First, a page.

The present study set out to investigate associations of cognitive reserve (as indicated by education) and relational reserve (as indicated by the family network size and indices of emotional support) to decline in executive functioning over six years as measured by changes in Trail Making Test (TMT) completion time in older adults and whether education and network size interacted with age and sex as covariates with respect to this longitudinal association.
We analyzed data from 897 participants tested on TMT parts A and B in two waves six years apart. Mean age in the first wave was 74.33 years. Participants reported information on their family networks and their level of education.
Latent change score modeling testing for moderation effects revealed a significant interaction of network size in the first wave of data assessment with education. Specifically, for lower levels of cognitive reserve (-1 SD of education), the longitudinal association between relational reserve in the first wave and subsequent changes in executive functioning was not significant. In contrast, for higher levels of cognitive reserve (+1 SD of education), a higher relational reserve in the first wave significantly predicted a smaller subsequent increase in TMT completion time from the first to the second wave (i.e., a smaller decline in executive functioning).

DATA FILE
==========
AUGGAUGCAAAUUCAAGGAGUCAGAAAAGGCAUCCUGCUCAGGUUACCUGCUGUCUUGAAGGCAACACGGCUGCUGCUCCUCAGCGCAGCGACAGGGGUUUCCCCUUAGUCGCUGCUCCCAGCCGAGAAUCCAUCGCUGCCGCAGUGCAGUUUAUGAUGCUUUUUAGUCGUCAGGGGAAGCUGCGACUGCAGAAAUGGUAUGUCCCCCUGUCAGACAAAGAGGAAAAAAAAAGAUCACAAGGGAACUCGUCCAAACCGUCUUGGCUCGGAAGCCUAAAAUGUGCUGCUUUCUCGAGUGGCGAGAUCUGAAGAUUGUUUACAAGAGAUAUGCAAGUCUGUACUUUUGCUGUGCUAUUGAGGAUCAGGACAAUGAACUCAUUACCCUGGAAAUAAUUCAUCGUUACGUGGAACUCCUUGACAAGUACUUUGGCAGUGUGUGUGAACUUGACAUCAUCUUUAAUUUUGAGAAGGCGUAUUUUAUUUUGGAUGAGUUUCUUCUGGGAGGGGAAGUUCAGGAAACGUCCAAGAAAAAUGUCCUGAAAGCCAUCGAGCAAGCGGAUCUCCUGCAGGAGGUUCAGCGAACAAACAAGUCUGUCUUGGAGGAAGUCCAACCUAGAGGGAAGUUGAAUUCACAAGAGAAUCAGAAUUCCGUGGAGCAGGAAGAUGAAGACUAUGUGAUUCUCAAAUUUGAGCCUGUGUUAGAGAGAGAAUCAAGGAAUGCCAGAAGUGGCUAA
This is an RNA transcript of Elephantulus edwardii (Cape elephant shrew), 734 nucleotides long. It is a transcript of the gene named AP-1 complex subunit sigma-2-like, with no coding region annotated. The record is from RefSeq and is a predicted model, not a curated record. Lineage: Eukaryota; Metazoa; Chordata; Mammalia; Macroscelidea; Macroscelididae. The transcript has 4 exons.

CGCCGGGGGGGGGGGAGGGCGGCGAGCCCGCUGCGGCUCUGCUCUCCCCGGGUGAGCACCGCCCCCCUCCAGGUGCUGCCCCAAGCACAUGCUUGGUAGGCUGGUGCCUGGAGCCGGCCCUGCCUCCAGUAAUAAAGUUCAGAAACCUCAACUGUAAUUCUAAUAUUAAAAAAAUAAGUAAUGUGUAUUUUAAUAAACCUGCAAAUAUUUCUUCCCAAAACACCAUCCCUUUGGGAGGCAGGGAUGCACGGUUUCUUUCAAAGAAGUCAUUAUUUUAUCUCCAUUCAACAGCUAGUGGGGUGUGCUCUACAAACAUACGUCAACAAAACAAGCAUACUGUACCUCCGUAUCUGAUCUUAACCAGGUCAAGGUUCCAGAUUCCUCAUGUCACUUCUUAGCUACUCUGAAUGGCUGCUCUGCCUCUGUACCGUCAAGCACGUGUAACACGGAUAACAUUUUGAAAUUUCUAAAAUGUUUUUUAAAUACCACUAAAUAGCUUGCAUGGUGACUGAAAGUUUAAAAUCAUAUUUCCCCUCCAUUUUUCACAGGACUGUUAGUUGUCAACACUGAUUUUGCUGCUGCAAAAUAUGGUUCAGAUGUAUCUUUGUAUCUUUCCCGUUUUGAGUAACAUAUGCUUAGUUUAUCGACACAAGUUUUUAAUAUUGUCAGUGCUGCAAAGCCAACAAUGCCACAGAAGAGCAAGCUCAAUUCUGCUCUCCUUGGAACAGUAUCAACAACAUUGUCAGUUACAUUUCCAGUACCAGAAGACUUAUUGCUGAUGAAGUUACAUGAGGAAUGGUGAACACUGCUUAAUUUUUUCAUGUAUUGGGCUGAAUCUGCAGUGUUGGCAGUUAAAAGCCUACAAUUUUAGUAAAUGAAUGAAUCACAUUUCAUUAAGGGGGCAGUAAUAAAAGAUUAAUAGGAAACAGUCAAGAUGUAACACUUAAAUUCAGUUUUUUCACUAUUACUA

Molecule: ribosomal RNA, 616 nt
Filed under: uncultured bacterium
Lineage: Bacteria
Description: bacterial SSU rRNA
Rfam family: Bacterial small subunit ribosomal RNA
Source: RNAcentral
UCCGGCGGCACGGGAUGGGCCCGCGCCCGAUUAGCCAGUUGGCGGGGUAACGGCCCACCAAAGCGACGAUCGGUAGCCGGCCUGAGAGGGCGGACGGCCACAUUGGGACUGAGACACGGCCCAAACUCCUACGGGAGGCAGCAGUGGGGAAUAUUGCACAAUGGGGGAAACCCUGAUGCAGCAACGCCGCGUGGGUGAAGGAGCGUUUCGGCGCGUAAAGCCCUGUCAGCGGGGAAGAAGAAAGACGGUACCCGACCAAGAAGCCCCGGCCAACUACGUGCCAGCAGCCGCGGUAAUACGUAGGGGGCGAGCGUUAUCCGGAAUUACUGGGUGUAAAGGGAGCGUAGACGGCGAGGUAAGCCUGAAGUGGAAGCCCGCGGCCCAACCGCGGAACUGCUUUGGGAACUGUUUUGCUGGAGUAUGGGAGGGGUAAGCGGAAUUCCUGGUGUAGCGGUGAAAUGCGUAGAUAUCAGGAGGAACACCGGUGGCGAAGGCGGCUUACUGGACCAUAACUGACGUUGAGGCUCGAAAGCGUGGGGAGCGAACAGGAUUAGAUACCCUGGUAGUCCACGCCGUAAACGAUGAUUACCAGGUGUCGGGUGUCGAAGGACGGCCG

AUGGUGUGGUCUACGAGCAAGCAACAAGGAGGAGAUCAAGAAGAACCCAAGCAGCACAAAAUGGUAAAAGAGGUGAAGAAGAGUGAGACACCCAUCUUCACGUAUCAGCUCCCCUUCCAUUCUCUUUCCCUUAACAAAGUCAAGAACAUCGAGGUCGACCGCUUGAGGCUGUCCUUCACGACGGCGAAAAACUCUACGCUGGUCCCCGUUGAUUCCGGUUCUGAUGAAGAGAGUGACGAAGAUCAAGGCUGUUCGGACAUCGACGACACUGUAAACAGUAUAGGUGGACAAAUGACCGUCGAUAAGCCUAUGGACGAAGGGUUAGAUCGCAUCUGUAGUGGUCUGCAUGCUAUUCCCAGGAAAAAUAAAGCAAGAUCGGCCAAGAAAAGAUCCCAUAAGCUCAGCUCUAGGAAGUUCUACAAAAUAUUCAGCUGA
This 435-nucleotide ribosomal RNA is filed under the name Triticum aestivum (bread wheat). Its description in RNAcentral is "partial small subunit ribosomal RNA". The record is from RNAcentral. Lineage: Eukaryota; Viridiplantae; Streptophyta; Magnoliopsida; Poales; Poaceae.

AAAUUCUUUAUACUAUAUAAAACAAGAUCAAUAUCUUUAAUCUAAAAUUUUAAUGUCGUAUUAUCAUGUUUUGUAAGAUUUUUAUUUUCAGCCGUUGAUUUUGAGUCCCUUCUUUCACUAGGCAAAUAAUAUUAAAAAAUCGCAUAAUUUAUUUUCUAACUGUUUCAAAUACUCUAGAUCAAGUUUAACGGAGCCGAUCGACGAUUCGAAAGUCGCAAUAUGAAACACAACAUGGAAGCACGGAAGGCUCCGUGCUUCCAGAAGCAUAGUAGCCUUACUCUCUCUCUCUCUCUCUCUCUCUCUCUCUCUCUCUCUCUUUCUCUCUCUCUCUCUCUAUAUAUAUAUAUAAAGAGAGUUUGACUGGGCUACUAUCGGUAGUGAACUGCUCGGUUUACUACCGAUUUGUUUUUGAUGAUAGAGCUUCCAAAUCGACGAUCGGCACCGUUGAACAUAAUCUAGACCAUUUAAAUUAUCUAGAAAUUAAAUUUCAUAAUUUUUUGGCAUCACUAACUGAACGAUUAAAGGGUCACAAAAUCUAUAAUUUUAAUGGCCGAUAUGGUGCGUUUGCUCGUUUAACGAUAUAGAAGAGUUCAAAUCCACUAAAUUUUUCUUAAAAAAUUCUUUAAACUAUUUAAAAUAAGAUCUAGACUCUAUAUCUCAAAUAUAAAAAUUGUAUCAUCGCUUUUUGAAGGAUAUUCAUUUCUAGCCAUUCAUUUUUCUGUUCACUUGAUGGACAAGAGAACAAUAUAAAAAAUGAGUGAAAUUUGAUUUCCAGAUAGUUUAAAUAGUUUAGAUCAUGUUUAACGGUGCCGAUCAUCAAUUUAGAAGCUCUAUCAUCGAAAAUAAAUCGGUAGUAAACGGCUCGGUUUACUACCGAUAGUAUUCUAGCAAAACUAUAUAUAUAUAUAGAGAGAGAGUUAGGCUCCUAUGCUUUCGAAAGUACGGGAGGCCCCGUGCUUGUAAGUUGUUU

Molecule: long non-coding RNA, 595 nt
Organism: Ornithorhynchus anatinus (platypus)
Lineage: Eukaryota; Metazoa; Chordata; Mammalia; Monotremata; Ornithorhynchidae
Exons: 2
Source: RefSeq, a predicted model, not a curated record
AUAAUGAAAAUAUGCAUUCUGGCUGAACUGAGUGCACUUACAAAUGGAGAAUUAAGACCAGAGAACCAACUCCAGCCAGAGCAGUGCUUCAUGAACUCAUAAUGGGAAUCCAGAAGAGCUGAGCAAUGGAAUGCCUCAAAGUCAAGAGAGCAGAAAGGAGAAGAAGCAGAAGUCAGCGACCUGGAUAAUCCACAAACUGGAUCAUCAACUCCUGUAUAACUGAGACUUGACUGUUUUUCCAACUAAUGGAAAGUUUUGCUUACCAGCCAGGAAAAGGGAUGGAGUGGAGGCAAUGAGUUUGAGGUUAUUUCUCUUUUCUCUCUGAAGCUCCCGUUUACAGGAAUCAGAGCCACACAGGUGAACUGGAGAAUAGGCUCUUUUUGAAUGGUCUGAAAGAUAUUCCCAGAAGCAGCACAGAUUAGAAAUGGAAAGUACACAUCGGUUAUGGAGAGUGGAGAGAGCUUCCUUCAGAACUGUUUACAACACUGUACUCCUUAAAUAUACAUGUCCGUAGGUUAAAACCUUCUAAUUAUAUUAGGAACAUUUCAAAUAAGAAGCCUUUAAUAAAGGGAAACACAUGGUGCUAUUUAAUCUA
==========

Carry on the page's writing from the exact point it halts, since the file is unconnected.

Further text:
The present longitudinal study provides evidence for the interaction between cognitive and relational reserves. This confirms the hypothesis that reserves from different domains are intertwined and their combined effects contribute to less cognitive decline in old age.
|Journal||The Journals Of Gerontology. Series B, Psychological Sciences And Social Sciences|
|Publication status||E-pub ahead of print - 2021|